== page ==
Thursday, October 13, 2011

Tom Waits - The Heart of Saturday Night LP - German Pressing review

I own three copies of Tom Wait's The Heart of Saturday Night.  The first copy I bought was an early-1980s Asylum pressing made here in the old U.S. of A.  The second pressing I bought was for 'family' listening - it was the 180g Rhino re-issue.  The latest copy I bought is a 1990s pressing from Germany.  How different do these three version sound?

First, a little note on the actual album - The Heart of Saturday Night is Wait's second.  Lacking some of the beauty and emotional melodies of his first album, Closing Time, Heart has a gruffer, rougher sound.  While Closing Time is nostalgic memories, Heart has more of a beatnik growl.  There are signs of the future, darker Waits here - for example, check out the classic song Diamonds on my Windshield.  Anyways, there are plenty of reviews out there of this album, so check 'em out - but be sure to not miss out on this great record.

The 1980s Asylum pressing has a very organic sound that is rich and inviting.  My only gripe is the overall sound is a little 'dirty' - like a faint dirty wash over the entire soundscape.  It's like a slightly out-of-focus lense that obscures detail and treble extension.  But this really wasn't noticeable until I heard something better.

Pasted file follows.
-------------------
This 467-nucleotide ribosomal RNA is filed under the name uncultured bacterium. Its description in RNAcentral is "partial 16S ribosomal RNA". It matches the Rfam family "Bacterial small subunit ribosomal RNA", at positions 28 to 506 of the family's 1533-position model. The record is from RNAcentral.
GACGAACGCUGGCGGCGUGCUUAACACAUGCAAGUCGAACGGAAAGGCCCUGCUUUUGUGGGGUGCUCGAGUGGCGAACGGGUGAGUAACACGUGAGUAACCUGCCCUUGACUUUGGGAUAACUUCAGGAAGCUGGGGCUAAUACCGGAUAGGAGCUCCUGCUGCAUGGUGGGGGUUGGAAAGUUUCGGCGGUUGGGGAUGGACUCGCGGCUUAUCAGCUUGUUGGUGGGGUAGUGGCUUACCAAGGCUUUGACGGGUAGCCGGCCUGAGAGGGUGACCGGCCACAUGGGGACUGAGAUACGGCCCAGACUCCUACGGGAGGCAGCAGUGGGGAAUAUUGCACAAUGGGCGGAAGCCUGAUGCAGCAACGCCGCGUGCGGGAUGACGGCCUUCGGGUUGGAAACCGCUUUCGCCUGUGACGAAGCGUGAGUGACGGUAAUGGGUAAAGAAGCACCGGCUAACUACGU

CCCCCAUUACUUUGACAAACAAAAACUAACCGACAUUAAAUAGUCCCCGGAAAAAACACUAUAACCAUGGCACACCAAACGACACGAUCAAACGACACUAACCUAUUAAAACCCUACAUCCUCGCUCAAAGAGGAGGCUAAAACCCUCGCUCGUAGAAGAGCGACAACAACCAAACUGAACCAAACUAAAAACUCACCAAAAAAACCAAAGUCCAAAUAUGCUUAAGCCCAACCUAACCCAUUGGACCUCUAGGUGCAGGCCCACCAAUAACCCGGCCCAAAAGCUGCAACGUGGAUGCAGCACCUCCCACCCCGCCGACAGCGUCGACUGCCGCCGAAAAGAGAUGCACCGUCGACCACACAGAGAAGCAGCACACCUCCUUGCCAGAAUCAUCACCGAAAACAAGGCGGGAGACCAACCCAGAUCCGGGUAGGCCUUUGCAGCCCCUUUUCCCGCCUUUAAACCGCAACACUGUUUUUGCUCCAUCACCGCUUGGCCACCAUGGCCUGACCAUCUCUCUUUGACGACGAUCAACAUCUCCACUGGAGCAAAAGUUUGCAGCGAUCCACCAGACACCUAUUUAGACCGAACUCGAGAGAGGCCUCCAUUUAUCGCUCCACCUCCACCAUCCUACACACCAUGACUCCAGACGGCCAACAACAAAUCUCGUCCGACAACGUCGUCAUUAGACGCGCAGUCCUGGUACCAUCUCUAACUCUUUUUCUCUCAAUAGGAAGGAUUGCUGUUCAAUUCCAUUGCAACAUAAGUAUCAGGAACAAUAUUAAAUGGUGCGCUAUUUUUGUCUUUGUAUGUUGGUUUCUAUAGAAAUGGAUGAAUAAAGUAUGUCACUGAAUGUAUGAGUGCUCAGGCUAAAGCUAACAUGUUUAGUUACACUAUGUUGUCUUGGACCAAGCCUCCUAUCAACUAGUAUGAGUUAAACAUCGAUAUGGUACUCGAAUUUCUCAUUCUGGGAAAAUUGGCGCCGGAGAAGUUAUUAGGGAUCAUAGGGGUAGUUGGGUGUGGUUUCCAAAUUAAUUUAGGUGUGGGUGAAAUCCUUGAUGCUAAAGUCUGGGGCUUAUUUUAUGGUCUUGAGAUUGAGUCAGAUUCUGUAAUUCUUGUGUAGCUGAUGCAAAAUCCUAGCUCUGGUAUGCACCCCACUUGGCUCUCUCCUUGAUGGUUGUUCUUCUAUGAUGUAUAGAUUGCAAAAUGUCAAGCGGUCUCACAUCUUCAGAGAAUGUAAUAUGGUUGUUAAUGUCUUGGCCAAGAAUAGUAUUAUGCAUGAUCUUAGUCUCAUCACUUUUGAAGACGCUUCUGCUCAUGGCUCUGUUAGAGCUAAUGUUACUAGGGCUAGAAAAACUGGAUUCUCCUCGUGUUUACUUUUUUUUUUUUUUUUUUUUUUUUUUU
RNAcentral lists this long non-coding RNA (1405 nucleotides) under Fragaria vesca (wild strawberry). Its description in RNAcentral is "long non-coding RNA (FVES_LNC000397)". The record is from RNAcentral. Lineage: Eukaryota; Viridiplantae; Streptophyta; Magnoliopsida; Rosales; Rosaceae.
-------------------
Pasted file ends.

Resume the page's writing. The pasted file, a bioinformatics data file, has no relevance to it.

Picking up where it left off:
The recent 180g re-issue from Rhino was a big disappointment.  I bought this copy to use in a second stereo system, so I really wasn't expecting it to best my original.  Why is that?  I've had some problems with a number of recent re-issues.  Vinyl and mastering quality is subpar compared to the glory days when records were the medium of choice.  But the mastering on the Rhino is just plain awful - the treble is just gone, sounding like a wet blanket has been placed over my speakers.  Supposedly this has been addressed with a re-re-issue, but I haven't heard it yet.

Finally we come to the 90s German re-issue.  Since my U.S. copy is in VG+ condition, I wanted something a little better.  I found a nice German copy for about the same price I would throw down for an original U.S. pressing, so why not give it a try?  I've had some good luck with German vinyl in the past, and I was not disappointed.  The quality of the vinyl is absolutely fantastic, almost meeting the standards of the Japanese for quietness and flatness. And the overall sound is really where this record shines - the detail and focus is really that much better than the U.S. copy I have.  It doesn't "sound like a different record", but I can hear more detail, a great treble extension, and the 'soundscape' has more coherence.  The qualities I'm hearing come from good mastering practices, excellent electronics, and an attention to quality that is often lacking these days.

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